What Is the Official Size of the NFL Football?

What Is the Official Size of the NFL Football?

The National Football League – the NFL – is a league composed of the best football players in the world. Similar to other levels of football, the NFL uses an egg-shaped football, but the NFL has specific rules to the size, shape and materials used for the football.

There are 2 NFL rules regarding the ball:

1. Ball Dimensions

The Ball must be a hand selected Wilson with the signature of the Commissioner of the League, Roger Goodell.

The ball should be an inflated urethane bladder enclosed in a pebble grained, leather case and a natural tan color without corrugations, wrinkles or ridges.

The ball measurement is 11 to 11 1/4 inches long, a 28 to 28.5 inch long circumference and a 21 to 21.25 inch short circumference.

The football should weigh between 14 to 15 ounces.

2. Ball Supply

The Referee will be supplied 12 primary balls two hours and 15 minutes prior to the game for testing. The home team makes an additional 12 backup balls available for testing and the visitors may bring 12 backup balls for testing by the referee when the game is played in an outdoor stadium.

The Eight Special Balls for Kicking

All games have eight new footballs, specially sealed in a box, shipped by the manufacturer directly to the referee. The referee will open the special box with eight footballs 2 hours and 15 minutes prior to the game. The placekicker will kick only these eight special footballs during the game.

The NFL Center can request a playable ball

The offensive team center, the position that hikes the football, may request a playable ball with the field conditions deem the ball unplayable.

Such conditions according to the NFL rules are in case of:

  1. rain
  2. wet, muddy, or slippery field

Measurements

The NFL has set measurement rules for the overall length and largest circumference at the center of the football. An official NFL football is slightly larger than high school or other professional leagues.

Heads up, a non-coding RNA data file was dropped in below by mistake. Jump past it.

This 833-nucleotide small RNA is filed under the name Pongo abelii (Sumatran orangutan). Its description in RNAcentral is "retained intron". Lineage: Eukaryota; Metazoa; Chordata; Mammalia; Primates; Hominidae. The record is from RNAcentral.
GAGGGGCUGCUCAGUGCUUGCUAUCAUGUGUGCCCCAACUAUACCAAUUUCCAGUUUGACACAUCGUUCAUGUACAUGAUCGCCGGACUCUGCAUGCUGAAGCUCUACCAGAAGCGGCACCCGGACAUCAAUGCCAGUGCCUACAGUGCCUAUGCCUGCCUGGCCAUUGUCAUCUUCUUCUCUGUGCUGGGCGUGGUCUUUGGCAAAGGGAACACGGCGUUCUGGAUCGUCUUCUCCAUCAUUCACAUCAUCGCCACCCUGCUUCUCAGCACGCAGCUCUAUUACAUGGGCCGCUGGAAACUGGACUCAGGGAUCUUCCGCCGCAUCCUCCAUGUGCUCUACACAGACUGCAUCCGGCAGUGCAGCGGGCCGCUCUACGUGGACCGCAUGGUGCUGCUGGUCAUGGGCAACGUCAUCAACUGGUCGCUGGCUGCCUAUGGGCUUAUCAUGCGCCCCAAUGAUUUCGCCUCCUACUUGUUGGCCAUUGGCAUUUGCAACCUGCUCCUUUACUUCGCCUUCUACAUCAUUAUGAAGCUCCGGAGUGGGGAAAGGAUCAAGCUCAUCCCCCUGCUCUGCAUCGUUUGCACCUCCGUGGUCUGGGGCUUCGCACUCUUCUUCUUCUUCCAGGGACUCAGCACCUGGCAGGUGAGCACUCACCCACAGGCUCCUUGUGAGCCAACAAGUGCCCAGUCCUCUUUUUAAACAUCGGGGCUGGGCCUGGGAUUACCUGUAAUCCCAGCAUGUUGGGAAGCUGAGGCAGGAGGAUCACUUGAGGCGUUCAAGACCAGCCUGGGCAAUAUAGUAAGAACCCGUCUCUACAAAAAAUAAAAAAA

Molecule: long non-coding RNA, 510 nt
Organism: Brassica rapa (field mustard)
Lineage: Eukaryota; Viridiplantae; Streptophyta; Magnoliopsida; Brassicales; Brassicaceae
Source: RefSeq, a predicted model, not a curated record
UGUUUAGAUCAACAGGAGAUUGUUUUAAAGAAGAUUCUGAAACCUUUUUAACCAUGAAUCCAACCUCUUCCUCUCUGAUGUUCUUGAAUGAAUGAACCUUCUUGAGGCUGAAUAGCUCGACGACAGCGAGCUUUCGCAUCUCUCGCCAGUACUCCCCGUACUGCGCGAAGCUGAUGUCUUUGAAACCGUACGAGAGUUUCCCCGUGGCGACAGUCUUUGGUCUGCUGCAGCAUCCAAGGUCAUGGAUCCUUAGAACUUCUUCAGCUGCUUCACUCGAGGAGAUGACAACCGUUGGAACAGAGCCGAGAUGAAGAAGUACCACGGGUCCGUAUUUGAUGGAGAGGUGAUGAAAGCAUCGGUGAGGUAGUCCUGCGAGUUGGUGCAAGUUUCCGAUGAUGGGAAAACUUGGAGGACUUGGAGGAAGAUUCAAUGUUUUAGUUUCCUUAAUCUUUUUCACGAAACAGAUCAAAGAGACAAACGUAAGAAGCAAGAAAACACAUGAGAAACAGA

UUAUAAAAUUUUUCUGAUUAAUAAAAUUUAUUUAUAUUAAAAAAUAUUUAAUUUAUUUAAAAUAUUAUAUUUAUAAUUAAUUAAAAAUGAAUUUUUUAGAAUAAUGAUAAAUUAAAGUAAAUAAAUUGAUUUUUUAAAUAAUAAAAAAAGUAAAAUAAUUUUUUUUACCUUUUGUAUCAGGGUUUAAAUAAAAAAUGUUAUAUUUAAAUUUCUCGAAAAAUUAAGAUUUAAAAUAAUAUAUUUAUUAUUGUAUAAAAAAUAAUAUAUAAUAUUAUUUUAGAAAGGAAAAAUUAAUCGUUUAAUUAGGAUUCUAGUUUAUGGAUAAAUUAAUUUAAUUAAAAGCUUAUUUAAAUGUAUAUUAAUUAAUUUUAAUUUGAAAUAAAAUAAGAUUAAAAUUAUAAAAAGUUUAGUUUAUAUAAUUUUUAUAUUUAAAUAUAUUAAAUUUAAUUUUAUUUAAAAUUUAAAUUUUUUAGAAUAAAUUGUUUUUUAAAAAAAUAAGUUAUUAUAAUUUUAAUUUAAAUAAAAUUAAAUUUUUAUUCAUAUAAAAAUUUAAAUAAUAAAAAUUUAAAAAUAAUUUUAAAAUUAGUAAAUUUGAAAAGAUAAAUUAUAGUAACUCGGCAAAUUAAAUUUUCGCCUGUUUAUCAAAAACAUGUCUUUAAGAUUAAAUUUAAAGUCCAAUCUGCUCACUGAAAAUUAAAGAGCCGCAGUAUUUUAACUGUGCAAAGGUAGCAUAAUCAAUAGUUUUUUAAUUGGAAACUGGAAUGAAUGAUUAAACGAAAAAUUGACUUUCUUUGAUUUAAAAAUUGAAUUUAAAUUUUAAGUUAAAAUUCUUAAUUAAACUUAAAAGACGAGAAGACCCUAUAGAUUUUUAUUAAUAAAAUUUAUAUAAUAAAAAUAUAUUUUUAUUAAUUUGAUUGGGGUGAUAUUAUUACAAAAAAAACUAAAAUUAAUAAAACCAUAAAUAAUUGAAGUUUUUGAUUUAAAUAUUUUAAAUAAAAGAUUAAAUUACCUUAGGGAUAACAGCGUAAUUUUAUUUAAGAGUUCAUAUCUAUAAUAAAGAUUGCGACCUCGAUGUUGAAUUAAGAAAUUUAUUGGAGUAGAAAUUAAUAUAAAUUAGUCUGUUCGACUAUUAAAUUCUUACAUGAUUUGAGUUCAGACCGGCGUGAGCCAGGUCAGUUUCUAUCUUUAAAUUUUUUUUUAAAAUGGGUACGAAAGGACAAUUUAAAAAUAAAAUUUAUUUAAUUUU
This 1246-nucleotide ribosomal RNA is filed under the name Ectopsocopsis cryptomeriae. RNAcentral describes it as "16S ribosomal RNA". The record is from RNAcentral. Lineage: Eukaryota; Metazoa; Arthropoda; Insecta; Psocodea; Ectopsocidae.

The ball measurement is 11 to 11 1/4 inches long, a 28 to 28.5 inch long circumference and a 21 to 21.25 inch short circumference.

Weight

Overall weight and air pressure are specific in the NFL, too. The football and materials weighs about 14 to 15 oz., and is the ball is inflated to about 12.5 to 13.5 lbs. per square inch. Footballs used in the NFL are inflated to 13 psi, but a proper range can fall between 12.5 and 13.5 psi..

These weight and air pressure measurements create consistency among the many footballs required in a game.

Ideal Gas Law and the Football

Under the Ideal Gas Law, the working theory is that the air pressure in the balls would rise during warm days and fall during cold days. When the NFL measured footballs at halftime of games, they found this to be consistent. Indeed, consistent with weather conditions or for other reasons, the NFL found during the 2015 season, measured footballs were beyond the permitted 12.5 to 13.5 PSI levels, but correlated to the Ideal Gas Law.

Materials

The NFL rules also govern the dimension of materials, the number of layers and the pattern of design. Four leather panels are weighed, measured and inspected for blemishes before being sewn together. The top two panels are sewn together with white leather laces. Inside the leather panels is a 3-ply VPU rubber bladder or interior lining that holds the air.

Inspection

Before every NFL football game, the home club supplies 36 footballs for outdoor contests and 24 footballs for indoor ones. An additional 12 footballs are marked with the letter “K,” and are used specifically for kicking.

The referee inspects every football two hours before the game to ensure it meets the official size, weight and air pressure requirements. After deflategate in 2015, the NFL measures the football at halftime too.

The New England Patriots Deflategate Controversy

In January, 2015 during an AFC championship playoff game against the Indianapolis Colts, the New England Patriots were accused of using deflated footballs. Based on the text messages between then-ball boys John Jastremski and Jim McNally, the Patriots may have been doing something that stretched beyond the NFL rulebook. However, the next season, New England Patriots Quarterback Tom Brady was ultimately suspended four games.